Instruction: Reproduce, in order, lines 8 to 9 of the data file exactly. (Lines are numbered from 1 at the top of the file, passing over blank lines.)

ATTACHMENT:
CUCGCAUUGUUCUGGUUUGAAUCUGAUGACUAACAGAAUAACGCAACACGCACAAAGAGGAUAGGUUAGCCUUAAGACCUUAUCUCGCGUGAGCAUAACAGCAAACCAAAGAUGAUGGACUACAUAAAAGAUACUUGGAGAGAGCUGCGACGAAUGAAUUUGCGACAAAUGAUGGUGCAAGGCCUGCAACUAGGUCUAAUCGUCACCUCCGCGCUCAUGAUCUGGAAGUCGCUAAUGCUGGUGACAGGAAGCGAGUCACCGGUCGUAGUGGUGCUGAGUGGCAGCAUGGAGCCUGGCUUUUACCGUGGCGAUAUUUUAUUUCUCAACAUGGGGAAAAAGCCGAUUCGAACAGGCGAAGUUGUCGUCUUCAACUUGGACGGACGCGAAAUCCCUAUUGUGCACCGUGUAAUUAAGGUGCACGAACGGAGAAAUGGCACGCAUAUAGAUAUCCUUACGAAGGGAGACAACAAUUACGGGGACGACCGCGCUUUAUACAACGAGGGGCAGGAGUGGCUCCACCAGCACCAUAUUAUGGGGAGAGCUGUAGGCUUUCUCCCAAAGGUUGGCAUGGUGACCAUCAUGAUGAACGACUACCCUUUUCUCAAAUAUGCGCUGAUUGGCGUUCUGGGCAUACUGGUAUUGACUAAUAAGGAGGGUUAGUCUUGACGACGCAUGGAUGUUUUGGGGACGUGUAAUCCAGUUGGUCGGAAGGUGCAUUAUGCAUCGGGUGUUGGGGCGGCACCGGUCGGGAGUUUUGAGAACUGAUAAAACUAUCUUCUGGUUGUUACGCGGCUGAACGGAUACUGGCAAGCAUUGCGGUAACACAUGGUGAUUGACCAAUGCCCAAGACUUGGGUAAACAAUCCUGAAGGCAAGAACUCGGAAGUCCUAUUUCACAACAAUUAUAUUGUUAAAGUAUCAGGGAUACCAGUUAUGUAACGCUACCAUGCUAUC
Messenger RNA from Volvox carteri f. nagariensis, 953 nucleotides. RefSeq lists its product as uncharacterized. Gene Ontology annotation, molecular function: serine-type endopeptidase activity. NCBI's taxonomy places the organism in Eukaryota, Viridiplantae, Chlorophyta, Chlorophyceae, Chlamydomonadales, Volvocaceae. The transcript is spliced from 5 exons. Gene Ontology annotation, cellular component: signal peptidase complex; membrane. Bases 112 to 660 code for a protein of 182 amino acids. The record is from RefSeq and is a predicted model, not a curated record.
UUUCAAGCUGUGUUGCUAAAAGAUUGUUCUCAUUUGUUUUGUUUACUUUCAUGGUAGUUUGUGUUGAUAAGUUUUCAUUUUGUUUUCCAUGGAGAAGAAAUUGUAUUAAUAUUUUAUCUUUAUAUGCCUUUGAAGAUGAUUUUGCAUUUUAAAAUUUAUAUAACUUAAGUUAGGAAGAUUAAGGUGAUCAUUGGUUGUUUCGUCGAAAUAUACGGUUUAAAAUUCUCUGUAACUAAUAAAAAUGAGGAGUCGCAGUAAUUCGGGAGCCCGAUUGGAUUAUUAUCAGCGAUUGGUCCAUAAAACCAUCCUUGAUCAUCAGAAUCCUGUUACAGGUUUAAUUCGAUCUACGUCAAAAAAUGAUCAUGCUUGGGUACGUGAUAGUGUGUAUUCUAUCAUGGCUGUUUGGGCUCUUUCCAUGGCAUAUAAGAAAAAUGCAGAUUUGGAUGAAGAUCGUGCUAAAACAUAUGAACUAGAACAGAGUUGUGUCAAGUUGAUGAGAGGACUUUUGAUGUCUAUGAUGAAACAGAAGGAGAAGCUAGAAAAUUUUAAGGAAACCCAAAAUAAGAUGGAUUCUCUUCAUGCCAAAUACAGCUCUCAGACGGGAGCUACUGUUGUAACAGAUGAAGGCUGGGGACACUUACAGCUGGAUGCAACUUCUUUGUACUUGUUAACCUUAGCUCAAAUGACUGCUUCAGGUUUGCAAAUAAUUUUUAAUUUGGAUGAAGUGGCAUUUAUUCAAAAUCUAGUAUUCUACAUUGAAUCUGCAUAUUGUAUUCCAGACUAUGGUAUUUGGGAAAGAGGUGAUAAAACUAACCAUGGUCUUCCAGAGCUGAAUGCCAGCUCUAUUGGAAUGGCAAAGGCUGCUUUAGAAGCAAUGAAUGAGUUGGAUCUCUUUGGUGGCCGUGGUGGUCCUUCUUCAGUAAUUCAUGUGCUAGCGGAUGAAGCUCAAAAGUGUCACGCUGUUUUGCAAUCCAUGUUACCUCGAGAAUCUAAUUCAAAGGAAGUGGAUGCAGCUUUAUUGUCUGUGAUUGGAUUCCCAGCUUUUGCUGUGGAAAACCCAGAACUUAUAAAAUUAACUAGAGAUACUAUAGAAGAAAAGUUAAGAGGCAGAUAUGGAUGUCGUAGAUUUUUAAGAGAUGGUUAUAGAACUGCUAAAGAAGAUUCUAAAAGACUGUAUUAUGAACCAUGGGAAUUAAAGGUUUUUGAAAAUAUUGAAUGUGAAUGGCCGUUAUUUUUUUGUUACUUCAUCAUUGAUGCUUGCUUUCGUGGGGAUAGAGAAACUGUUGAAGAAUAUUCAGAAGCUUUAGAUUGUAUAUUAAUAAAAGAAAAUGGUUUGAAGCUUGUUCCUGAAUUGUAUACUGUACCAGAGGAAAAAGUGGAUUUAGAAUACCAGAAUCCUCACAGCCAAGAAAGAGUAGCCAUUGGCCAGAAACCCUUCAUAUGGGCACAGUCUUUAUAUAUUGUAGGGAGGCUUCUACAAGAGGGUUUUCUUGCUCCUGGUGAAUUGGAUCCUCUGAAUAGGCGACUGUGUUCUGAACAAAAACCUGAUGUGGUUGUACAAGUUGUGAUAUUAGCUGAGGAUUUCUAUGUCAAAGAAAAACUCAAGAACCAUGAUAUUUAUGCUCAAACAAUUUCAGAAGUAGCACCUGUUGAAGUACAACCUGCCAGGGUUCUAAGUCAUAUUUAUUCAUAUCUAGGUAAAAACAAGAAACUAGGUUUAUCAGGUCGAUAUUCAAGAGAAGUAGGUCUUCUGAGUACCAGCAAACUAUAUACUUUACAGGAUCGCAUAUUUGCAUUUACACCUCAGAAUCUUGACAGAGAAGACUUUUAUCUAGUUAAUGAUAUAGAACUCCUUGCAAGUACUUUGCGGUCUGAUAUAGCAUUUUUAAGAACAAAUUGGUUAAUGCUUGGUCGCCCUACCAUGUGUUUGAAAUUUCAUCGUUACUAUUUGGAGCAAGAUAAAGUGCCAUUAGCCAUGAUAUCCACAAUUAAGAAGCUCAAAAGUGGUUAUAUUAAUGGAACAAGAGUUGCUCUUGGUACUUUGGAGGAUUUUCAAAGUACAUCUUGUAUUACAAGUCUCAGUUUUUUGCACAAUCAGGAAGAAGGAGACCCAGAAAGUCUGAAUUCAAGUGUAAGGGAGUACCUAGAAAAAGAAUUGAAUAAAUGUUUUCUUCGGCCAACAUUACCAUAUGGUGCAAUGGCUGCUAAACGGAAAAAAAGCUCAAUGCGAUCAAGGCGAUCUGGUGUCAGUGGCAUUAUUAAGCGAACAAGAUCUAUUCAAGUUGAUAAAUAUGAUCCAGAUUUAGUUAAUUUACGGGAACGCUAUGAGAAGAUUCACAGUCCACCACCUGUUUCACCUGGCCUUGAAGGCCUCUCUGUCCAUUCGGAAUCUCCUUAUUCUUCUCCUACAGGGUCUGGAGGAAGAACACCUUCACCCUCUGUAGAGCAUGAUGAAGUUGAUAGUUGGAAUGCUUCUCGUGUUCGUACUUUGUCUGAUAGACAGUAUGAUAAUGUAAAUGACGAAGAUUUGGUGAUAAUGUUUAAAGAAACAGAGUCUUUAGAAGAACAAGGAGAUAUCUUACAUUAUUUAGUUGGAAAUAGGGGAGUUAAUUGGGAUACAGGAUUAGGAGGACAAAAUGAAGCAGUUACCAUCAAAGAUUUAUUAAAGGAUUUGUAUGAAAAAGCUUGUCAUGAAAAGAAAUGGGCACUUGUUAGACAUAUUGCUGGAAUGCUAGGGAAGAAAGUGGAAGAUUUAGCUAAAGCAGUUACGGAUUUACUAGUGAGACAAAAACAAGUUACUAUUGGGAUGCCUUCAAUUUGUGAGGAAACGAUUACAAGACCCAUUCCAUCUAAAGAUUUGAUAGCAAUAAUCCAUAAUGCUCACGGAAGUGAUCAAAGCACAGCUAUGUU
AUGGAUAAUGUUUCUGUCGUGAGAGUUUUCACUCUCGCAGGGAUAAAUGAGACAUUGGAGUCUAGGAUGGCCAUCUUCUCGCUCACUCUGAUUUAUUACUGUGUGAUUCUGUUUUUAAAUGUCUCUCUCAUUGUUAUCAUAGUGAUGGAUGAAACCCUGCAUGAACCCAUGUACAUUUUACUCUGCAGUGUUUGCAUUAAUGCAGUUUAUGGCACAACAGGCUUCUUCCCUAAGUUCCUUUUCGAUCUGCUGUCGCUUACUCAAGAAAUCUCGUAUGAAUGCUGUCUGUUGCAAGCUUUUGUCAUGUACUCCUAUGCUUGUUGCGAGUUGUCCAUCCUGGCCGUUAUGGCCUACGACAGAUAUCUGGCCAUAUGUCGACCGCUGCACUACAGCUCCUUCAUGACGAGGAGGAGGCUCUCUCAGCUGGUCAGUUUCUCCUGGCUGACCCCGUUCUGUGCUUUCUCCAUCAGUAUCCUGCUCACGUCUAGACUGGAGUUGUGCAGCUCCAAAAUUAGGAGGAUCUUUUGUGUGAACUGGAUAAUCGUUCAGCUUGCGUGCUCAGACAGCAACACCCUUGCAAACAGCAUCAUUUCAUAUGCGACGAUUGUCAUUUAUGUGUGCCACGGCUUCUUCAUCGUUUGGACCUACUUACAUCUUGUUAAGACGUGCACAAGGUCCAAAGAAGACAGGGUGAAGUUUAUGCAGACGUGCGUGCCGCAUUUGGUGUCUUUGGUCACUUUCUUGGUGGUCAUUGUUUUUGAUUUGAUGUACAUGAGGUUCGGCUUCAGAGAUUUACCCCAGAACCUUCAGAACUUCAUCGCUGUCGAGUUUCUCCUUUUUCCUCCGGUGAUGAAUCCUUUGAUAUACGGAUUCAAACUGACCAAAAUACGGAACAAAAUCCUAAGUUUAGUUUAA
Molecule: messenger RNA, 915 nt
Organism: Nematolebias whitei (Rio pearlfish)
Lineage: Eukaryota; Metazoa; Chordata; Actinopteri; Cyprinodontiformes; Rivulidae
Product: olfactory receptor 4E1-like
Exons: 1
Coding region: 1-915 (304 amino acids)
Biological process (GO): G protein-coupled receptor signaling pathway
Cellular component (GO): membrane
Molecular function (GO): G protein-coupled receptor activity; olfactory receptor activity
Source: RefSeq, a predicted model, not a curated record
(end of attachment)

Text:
Product: olfactory receptor 4E1-like
Exons: 1